The price of beef hit an all-time record this quarter at $5.55 a pound—a full 25 cents higher than last year at this time. Ann Wittmann, Director of the Wyoming Beef Council, says it’s a case of supply and demand. A nation-wide drought has reduced herd sizes to the lowest they’ve been in 60 years and that is driving up the price for both consumers and producers.
“We’re also seeing increased prices in the production aspect with fuel prices, feed prices,” Wittmann says. “And so, it isn’t as simple as just seeing an increased price and making more money because we’re also expending more money to maintain that smaller herd.”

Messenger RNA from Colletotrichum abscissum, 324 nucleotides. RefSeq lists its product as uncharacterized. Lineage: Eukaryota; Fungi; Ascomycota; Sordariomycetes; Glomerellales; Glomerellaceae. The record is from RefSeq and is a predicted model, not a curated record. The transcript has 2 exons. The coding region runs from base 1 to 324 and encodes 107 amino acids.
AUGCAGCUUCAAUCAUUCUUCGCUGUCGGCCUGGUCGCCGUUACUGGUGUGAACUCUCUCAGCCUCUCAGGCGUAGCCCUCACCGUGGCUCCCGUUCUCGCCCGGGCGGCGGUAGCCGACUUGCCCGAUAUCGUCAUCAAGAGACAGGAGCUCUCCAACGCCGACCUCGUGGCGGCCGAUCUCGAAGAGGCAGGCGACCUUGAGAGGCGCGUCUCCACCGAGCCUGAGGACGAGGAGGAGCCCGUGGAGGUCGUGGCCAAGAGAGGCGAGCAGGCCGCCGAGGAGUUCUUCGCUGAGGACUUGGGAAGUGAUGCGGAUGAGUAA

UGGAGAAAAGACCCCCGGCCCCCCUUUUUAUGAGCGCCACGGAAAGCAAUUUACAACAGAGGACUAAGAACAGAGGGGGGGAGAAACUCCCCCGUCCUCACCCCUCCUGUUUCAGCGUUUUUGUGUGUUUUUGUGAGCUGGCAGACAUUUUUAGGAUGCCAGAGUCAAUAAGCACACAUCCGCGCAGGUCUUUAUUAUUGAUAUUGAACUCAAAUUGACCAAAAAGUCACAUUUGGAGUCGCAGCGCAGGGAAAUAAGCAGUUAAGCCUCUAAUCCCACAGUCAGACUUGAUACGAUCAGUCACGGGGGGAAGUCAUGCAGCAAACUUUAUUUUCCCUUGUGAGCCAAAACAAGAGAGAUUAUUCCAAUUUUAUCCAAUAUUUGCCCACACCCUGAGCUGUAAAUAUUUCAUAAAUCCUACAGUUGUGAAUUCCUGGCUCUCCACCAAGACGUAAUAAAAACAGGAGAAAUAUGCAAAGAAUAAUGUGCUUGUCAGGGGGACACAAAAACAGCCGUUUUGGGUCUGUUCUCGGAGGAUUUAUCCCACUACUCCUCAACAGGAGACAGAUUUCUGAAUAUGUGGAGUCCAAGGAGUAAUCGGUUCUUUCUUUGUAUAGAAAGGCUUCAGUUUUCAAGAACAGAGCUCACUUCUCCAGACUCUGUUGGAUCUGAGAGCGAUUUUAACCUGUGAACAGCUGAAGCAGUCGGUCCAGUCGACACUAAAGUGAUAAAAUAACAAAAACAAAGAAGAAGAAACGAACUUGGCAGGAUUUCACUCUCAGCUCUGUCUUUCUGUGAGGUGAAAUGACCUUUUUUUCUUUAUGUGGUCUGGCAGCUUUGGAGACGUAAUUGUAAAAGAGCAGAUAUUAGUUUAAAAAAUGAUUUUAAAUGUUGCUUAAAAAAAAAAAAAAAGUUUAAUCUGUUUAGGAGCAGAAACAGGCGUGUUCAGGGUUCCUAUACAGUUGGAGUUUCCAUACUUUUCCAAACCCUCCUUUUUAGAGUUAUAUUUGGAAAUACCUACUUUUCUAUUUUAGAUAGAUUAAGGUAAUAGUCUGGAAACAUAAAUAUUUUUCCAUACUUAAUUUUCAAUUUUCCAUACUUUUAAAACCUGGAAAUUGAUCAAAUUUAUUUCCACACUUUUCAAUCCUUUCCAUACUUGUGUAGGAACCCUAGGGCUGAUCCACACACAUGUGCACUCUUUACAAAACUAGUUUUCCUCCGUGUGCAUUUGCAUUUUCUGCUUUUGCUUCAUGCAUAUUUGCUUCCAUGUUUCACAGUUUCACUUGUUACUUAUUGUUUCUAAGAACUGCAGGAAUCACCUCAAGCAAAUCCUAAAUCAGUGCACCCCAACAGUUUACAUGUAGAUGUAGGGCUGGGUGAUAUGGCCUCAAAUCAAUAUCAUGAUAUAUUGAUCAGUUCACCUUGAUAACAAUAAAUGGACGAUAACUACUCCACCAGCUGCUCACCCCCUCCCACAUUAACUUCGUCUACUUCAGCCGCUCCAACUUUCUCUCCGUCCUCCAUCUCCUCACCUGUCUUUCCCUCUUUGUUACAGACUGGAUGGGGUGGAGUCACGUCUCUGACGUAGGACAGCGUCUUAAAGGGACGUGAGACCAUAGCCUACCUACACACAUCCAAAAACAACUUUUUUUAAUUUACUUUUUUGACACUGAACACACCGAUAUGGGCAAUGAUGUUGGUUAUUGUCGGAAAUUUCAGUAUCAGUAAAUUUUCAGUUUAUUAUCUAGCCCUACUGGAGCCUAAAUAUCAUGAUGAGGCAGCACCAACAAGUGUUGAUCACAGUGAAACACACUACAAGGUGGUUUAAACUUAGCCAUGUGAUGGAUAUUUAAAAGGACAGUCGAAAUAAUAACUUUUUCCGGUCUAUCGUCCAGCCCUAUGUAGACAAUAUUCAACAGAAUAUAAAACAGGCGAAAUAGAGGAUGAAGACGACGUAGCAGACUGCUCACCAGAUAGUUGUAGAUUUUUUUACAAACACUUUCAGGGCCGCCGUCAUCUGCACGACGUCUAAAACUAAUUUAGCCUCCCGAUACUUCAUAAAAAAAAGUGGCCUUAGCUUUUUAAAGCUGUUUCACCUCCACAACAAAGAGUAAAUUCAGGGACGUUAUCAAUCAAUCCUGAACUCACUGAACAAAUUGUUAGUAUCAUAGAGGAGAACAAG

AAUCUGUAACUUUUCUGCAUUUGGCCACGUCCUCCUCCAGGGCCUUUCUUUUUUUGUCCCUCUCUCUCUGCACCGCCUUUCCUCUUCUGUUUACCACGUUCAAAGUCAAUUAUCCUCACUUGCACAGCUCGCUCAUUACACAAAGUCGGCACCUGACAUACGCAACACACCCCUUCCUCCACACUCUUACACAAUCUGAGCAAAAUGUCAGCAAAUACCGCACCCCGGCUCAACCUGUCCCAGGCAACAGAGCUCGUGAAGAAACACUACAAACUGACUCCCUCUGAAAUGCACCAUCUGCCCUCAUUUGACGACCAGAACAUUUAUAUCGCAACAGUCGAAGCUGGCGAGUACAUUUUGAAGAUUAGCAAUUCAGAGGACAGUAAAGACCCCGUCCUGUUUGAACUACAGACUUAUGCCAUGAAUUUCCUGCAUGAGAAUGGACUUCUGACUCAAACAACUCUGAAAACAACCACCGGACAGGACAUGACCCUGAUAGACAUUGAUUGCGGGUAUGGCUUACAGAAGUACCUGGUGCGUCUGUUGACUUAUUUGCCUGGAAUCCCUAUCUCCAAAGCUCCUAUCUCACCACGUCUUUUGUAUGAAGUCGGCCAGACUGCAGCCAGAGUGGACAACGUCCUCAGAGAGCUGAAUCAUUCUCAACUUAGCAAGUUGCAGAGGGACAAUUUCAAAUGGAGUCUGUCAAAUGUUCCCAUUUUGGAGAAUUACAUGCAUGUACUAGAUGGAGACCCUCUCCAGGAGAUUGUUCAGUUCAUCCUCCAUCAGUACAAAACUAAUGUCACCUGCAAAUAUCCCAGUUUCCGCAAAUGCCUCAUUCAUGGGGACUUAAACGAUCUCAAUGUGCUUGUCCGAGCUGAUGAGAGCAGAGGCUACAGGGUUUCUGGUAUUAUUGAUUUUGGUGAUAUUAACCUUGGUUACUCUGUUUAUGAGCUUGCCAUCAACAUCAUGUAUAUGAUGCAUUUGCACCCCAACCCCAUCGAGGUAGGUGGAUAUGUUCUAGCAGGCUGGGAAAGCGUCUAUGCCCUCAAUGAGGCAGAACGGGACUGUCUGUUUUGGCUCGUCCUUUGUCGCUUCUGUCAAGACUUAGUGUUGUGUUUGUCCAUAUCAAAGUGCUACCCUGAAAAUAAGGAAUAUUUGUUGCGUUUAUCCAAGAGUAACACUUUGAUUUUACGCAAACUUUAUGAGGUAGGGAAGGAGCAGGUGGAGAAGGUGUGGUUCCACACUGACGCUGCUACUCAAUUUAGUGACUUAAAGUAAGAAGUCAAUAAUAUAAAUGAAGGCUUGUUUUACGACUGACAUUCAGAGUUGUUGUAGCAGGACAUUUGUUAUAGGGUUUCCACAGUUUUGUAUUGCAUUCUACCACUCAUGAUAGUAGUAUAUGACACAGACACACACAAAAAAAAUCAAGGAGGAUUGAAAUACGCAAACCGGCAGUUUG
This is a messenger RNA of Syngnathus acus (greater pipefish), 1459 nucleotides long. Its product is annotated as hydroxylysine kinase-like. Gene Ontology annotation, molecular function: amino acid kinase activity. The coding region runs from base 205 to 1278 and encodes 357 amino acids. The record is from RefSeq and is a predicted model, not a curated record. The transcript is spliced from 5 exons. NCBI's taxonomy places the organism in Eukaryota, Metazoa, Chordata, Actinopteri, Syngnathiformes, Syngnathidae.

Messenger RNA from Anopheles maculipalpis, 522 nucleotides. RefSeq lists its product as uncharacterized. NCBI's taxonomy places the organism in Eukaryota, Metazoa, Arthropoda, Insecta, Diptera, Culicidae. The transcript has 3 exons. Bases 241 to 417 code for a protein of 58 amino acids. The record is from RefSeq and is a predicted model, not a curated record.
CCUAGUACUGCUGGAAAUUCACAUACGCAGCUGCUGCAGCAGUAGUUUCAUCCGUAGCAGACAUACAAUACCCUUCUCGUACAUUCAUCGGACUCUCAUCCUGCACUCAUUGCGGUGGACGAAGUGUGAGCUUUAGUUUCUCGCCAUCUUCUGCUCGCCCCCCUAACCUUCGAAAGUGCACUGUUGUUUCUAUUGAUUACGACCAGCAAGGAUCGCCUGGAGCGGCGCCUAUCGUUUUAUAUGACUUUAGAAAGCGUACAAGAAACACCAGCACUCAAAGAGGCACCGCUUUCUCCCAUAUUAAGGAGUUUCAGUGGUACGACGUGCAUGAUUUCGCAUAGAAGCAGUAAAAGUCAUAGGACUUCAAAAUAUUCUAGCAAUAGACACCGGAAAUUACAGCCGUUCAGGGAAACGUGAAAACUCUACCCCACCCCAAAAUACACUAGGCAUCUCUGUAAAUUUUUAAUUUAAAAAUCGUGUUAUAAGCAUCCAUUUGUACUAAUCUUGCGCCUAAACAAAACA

The country’s drought has caused the price of all proteins to skyrocket, Wittmann says, not just beef. But she says prices should level off once ranchers have re-built the size of their herds and the drought comes to an end.
Wittmann says the good news is that beef remains popular and consumers have been willing to pay the higher prices.